April 15, 2009

What is your online brand?

Let's go back to a recent posting where I gave a snippet of a conversation between two people that I've heard all too often.

"Did you hear what happened to Rachel yesterday?"

"No, what?"

"Remember the job she applied for last week at that new store in the mall? Well she had an interview with the manager and everything went great. The manager even did reference checks.

"Yeah, so what happened?"

"Well she didn't get the job."

"Why?"

"Remember those photos on Facebook she took at the party when she did the beer pong? Well the manager searched her name in Google and that's what came up first!"

"Uh oh!"

I received a few e-mails from readers who wanted to know what I meant by discussing the conversation and information that's online.

Quite simply, students and youth need to be concerned about managing their own online brand - and they need to be actively involved in creating, maintaining, and monitoring it.

But what is your online brand?

Well, first let's define what a brand actually is. Wikipedia's definition is that a brand constitutes "a collection of experiences and associations connected with a service, a person or any other entity."

And by extension, your online brand is the collection of experiences and associations connected with you as a person, which manifest themselves into your online brand image - in other words, the image of you in the minds of others based on information and expectations of who you are.

If you still aren't sure, think of it as the image that you want to project to a potential employer. Think professional, knowledgeable, experienced, keen, enthusiastic, polite, etc.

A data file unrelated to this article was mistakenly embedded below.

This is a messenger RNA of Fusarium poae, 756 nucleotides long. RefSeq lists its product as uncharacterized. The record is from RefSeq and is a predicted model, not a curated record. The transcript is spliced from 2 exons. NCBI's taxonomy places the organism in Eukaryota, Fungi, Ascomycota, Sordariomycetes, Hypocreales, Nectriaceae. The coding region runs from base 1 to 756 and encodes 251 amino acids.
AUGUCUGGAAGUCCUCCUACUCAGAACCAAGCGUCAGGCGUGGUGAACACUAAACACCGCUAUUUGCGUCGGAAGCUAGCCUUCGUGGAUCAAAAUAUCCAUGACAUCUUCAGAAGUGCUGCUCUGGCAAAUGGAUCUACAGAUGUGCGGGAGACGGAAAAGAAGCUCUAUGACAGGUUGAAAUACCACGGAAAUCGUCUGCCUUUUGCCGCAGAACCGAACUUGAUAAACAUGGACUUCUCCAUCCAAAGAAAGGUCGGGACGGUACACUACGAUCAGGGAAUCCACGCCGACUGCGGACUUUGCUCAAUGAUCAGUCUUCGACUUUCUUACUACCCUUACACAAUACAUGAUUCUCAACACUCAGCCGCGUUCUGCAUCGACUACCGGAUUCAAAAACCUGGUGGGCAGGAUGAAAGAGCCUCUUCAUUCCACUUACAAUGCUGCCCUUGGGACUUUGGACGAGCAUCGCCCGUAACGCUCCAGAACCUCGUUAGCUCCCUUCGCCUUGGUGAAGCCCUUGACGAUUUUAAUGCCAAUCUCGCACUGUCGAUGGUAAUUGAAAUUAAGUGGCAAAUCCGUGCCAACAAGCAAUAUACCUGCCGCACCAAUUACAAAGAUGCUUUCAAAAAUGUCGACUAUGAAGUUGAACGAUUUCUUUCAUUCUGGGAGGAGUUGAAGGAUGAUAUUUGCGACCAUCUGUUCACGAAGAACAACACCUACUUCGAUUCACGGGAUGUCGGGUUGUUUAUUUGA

So, why is this important?

Well, we live in an age of Google, Facebook, Myspace and Twitter.

It's an age where we are encouraged to provide personal details and information online.

It's an age where all that information is stored online for an indefinite period.

And it's an age where this information can come back to haunt you while searching for a job or volunteer position.

This last point is key - it is now very easy for a potential employer to try and find out information about you without using your references. And this has major implications for those searching for a job.

As Robert Schlesinger wrote, students and youth must consider what personal information and content is online while looking for a job - after all, it's very easy to search someone's name in a search engine.

And this information can be used to come up with a projection of who you are as a person. It could be true or false, but regardless, such information that is freely available online allows hiring managers to make assumptions about you without giving you the chance to refute them.

Here's a personal story that underscores what I'm saying.

If you type my name, Andrew Hercules, into Google, the first results are videos and interviews with another Andrew Hercules who happens to be a member of a band and live in a nearby city. Now, the content featuring this person does not represent what I want to project to a potential employer.

One of my previous managers told me that when she searched my name, she was expecting a rock star to walk through the doors - sadly, she had to settle for me. She mentioned that she was expecting a particular type of person based on her assumption that I was a rock star and that I turned out to be exactly the opposite of what she wants.

Ever since then, I've taken a keen interest in managing my personal brand online. I want to make sure that any potential employer sees me in the best light possible.

But with how easy it is to find information combined with the possibility of someone having the same name, it's easier said that done.

So with that being said, I just want to get you thinking about what your online reputation is and how that can impact your job search, both positively and negatively.

And keep an eye out for my next posting where I'll offer my top 5 tips for helping you manage your personal brand online.

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